Who Wants Wine?

A Wine Column For Regular People

Who wants wine? The better question: who doesn't want wine? With the number of wine shops that have opened in the city in the last few years, we have endless options for great grapes from around the world. So why not patronize them and get yourself some great wine?

With that, I kick off a new wine column here on HuffPo offering wine options for everyday drinking and occasional splurging. A lot of people tell me they like wine but don't necessarily know what to look for. They're intimidated when discussing grapes, vineyards, Old World vs. New. And that's OK. Sure, I'm writing a column about wine, but do I claim to be an expert? Am I a certified sommelier? Absolutely not. I'm just a guy who likes wine and doesn't think you have to spend a fortune to get something delicious.

In each column, I'll discuss a few affordable wines in a way that's easy to understand. Wine should be drunk, not necessarily over-analyzed and picked apart. You want to know what's good (and sometimes what to steer clear of) and what food the wine pairs well with -- so let's not worry about climate notes and terroir and when the grapes were harvested and under what conditions. Sure, sometimes that helps, but let's just get right to the wine.

Jacob's Creek Reserve Shiraz 2005
When you hear Shiraz you may think of Australia and when you think of Australian Shiraz many people first think of Jacob's Creek and Penfolds, two big wineries that really helped boost Australia's wine image to mainstream America (but also allow people to overlook the other amazing wineries Down Under). This is a wine I might normally pass by but seeing it at the Wine Discount Center (which I wholeheartedly trust), I decided to take a chance. And I'm glad I did. Since the wine is under $10, the "reserve" name was a little surprising, but the wine speaks for itself. It's a great buy -- and you shouldn't be put off by the seemingly low price. This medium-bodied red is drinkable now, although you can probably keep it for a bit, but why bother? It's so cheap you can just get more -- 90,000 cases were produced. Its crimson color takes over the glass and gives off some nice blackberry, allspice and green pepper scents. It's fairly light in your mouth at first but gets bolder the longer it's open and offers solid blueberry and bright cherry notes. Its soft tannins make it a great, everyday drinking wine but can definitely hold its own against a good steak. The Reserve Shiraz is available at the Wine Discount Center for $9.99.

Stellar Winery's "Live-a-Little" Rather Ravishing Red 2007
The name is a little bit of a mouthful but fortunately the wine, a South African Shiraz, isn't as overwhelming. In fact, the wine is pretty innocuous. As my partner said, "it's like drinking juice." It's very clean and smooth, with nice raisin, blackberry and black cherry notes. It's a good entry-level, everyday red at a great price point: $9.99. While it's not a knock-your-socks-off wine, one of the reasons I like it is that it's Fair Trade Certified. Stellar Winery is employee owned -- its workers have a 26 percent stake in the cellar and 50 percent in one of the winery's farming operations. Stellar workers are given free housing, electricity and water -- and schooling and childcare are subsidized. Profits from the wine's sales go into Fair Trade projects, like a computer center at a local school and a vineyard adjacent to the school where the kids can learn organic farming skills. But the wine is also truly organic, meaning there are no added sulfites or sulfur dioxide -- leading to the clean taste. This wine pairs well with red meats and burgers -- or even just a good TV veg-out after work with some cheese. Overall, it's a decent wine, but by buying it, you're supporting good people who are doing good things. Live-a-Little wines are available at Whole Foods for $9.99.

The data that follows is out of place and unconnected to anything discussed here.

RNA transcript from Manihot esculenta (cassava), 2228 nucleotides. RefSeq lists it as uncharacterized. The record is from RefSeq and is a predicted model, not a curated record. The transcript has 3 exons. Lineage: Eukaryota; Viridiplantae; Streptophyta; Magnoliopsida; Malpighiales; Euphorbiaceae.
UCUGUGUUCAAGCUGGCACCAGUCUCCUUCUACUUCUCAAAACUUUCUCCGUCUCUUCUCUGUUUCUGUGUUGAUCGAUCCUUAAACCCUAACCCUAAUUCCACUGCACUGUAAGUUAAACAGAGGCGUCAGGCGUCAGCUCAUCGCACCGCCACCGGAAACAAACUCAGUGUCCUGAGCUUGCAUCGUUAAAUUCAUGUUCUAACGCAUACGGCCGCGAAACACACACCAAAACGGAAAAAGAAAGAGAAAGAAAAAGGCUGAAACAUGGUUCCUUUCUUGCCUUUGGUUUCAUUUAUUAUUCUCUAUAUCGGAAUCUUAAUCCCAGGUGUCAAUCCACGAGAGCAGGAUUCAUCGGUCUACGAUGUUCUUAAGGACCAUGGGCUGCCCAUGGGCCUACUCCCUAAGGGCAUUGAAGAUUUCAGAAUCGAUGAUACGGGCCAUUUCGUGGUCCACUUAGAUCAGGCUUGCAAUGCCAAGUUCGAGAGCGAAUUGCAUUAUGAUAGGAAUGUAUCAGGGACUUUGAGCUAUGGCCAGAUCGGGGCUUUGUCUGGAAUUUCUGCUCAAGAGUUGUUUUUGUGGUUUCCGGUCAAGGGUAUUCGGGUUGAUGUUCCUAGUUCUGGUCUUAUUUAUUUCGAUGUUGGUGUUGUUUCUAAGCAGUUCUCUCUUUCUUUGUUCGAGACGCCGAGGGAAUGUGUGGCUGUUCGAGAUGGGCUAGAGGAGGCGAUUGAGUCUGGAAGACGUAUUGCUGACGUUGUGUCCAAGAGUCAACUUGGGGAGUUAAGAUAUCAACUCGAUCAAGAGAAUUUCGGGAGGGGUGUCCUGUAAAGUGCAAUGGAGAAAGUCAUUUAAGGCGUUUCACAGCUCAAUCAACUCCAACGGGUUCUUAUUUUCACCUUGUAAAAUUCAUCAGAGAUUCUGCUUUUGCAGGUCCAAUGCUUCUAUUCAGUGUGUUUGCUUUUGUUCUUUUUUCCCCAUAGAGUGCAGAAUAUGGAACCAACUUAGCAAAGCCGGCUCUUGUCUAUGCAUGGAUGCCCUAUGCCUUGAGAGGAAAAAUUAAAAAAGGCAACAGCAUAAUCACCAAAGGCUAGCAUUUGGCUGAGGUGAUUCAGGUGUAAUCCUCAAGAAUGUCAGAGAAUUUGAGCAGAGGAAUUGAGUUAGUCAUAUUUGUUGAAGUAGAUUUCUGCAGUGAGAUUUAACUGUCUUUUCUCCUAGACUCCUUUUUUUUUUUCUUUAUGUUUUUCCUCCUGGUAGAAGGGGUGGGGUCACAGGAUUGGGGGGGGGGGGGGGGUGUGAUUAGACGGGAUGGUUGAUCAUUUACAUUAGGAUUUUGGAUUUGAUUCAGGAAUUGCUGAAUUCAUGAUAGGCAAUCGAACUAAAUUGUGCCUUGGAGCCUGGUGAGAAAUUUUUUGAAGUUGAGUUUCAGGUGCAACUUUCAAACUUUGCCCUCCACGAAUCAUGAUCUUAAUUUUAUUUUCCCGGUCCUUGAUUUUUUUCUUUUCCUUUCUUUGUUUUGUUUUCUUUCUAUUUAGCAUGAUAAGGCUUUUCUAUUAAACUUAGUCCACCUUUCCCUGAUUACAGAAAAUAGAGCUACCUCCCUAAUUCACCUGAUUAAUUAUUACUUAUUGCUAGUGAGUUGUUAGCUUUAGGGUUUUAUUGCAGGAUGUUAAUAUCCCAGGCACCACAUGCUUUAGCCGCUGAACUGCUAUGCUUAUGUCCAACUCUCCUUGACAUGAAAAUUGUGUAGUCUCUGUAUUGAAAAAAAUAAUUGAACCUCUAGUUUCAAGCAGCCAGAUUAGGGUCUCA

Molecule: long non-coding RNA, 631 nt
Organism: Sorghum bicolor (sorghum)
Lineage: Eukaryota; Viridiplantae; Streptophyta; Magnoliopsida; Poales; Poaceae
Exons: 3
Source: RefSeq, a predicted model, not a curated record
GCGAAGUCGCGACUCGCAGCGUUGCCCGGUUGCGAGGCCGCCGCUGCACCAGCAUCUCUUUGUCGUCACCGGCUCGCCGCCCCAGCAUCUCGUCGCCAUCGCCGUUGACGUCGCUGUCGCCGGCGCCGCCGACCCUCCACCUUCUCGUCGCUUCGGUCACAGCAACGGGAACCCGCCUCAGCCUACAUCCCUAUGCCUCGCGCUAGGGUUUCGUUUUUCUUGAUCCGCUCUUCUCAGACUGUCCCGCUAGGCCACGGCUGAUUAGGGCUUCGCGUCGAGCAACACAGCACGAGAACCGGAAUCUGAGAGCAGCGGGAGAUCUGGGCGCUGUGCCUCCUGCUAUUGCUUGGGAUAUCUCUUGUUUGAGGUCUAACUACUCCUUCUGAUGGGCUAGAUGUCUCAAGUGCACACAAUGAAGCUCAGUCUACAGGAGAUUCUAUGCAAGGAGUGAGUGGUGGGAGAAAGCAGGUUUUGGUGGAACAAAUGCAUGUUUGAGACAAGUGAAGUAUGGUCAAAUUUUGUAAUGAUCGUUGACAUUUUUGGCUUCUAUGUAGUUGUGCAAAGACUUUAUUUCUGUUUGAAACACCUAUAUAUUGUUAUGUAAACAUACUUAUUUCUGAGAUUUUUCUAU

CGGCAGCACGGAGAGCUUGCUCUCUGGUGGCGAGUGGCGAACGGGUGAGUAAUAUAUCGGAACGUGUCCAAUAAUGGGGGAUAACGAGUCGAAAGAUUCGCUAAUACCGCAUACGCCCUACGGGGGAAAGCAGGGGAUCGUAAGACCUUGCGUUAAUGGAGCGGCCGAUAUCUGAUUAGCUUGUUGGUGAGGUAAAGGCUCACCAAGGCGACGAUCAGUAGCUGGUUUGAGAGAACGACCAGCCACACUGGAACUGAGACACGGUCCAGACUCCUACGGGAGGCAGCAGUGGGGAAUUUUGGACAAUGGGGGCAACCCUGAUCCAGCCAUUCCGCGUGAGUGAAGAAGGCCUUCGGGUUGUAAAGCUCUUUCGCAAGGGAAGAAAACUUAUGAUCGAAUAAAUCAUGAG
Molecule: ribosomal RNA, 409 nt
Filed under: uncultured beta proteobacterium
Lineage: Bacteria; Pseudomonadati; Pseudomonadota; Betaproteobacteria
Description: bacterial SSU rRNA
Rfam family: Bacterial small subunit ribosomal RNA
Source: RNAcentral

Albert Bichot Pinot Noir Bourgogne Vieilles Vignes 2006
I was at Sam's Wines in the South Loop looking for a bottle of 2005 Joseph Faiveley Pinot Noir -- a great Burgundian wine at a fairly reasonable price (if you do want to pick up a bottle of this Faiveley, you can find it online). Sadly, I was told they didn't have any and didn't think any of their other stores did either. That said, the guy helping me suggested another bottle from the same region, Bourgogne. Great choice. It's a lovely wine with a light garnet color and hints of vanilla and cherry on the nose. The wine is so easy in the mouth, that it was somewhat hard to not drink the whole bottle. We had it with some red pepper and sweet onion chicken sausage (from Trader Joe's), organic tomato soup and a whipped-up batch of roasted pearl onions, potatoes, garlic and apples. The bright fruit and cranberry tartness of the wine surprisingly went well with the meal. It has a smooth yet slightly dry finish that balanced well with the sausage's spice. And when dinner was over, we kept drinking. Did I mention it was hard to not drink the whole bottle? Available at Sam's Wines for $15.99.